The book is intended as an explanation — what possessed this professional, attractive woman to marry him? Yet its 279 pages, many of them filled with legal arguments (she believes Carlos was abducted from the Sudan and flown to France illegally), leave the question unanswered. "Some people view the marriage as a mistake, some a fault, a provocation, a manipulation, a folie," Coutant-Peyre admits. "A lot of my friends thought I was mad. But they know I'm not mad, so they realised it must be something else."
Exactly what else? Friends do not doubt that, at 50, Coutant-Peyre is passionately in love with Carlos, who is four years older. They concede the couple may be "on the same cultural and intellectual wavelength", as one told me, but they remain baffled by the marriage. Even the writer Joseph Vebret, who worked for two years with Coutant-Peyre on her autobiography, told me he was surprised.
"The marriage was symbolic," Coutant-Peyre says. "We wanted to declare that we loved each other for the rest of our lives. The fact is that we love each other like millions of others in the world. It's as simple as that."
Yet it is not all that simple. The couple met in 1997 when Coutant-Peyre was working with the lawyer Jacques Verges — nicknamed the Devil's Advocate — whose clients have numbered Klaus Barbie and Slobodan Milosevic, and may soon include Saddam Hussein. Verges had established a team to defend Carlos, Public Enemy Number One at the time and the man behind the seizure of 70 hostages at the Opec oil ministers' meeting in Vienna in 1975 and the 1972 Munich Olympics massacre. He asked Verges to include Coutant-Peyre (who had earlier represented his first wife, the German revolutionary Magdalena Kopp) in his team.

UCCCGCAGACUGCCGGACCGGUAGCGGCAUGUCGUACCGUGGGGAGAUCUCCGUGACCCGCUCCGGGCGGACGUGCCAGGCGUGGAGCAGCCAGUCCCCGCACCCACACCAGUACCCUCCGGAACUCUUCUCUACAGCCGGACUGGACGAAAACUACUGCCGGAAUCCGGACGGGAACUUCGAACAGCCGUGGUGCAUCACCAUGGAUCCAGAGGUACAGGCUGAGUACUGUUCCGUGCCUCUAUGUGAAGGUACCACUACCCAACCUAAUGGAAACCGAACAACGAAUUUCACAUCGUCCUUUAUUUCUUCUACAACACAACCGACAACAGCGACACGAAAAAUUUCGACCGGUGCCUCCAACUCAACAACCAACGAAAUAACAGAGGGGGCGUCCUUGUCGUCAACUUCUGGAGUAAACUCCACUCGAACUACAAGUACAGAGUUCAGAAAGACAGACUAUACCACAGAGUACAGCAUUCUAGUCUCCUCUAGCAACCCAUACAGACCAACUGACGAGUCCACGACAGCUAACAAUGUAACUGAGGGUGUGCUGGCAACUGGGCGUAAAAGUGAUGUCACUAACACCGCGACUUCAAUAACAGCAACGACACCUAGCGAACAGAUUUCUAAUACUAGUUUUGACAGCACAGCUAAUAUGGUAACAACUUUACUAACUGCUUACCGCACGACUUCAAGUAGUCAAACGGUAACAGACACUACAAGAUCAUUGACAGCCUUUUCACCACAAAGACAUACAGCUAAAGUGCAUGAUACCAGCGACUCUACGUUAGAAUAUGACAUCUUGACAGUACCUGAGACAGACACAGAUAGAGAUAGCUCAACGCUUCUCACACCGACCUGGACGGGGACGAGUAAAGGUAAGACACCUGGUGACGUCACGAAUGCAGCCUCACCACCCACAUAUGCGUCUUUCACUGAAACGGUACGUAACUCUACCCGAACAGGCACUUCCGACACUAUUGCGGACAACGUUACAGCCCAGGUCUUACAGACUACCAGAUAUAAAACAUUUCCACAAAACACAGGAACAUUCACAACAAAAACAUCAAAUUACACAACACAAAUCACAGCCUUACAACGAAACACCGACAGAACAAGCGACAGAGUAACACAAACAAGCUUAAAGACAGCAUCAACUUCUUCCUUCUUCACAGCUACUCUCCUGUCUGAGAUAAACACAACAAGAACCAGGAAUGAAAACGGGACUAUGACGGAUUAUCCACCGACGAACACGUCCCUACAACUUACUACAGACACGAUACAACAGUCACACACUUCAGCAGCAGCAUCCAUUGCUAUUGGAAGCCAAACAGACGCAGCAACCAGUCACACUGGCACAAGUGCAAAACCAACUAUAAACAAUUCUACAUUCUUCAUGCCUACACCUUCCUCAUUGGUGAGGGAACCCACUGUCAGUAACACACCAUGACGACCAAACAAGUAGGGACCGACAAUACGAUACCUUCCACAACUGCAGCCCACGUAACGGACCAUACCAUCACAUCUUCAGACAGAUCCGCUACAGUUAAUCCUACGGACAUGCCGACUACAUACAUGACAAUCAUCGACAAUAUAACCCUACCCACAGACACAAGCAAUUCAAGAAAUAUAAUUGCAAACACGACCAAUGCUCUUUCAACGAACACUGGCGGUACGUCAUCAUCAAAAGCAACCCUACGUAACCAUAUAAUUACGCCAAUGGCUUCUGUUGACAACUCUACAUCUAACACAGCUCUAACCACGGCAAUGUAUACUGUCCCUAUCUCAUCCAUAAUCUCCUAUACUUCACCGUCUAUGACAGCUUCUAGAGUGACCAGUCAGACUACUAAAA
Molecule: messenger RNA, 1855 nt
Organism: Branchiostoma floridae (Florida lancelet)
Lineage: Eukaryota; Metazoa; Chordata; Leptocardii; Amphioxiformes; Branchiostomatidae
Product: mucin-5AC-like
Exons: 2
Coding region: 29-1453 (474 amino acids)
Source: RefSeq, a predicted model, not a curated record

Coutant-Peyre says that it was "an honour I couldn't refuse". In her book, she describes in breathless terms her first meeting with Carlos in Le Sante prison in Paris. It was, she writes, a coup de foudre — a bolt of lightning. "He took my hand and kissed it in the most courteous way. At that moment a wave of recognition passed between us."
Shortly afterwards Carlos sacked Verges and made Coutant-Peyre head of his defence team. Although he was jailed for life on Christmas Eve the same year, she continued (and continues) to defend him in various legal and appeal actions. For more than two years, she visited him in prison, during which time they "kept their distance". It was only in 2000 that "the barriers between us exploded and the intensity of our feelings for each other was revealed".
They married a year later in a Muslim ceremony in a glass-walled prison room containing a few sticks of furniture covered in graffiti. There was a solitary witness and they were watched over by guards. Carlos recited verses from the Koran, they signed a sheet of paper, exchanged rings (he gave her a platinum one from Cartier) and kissed. Then he went back to his cell and she returned to her apartment.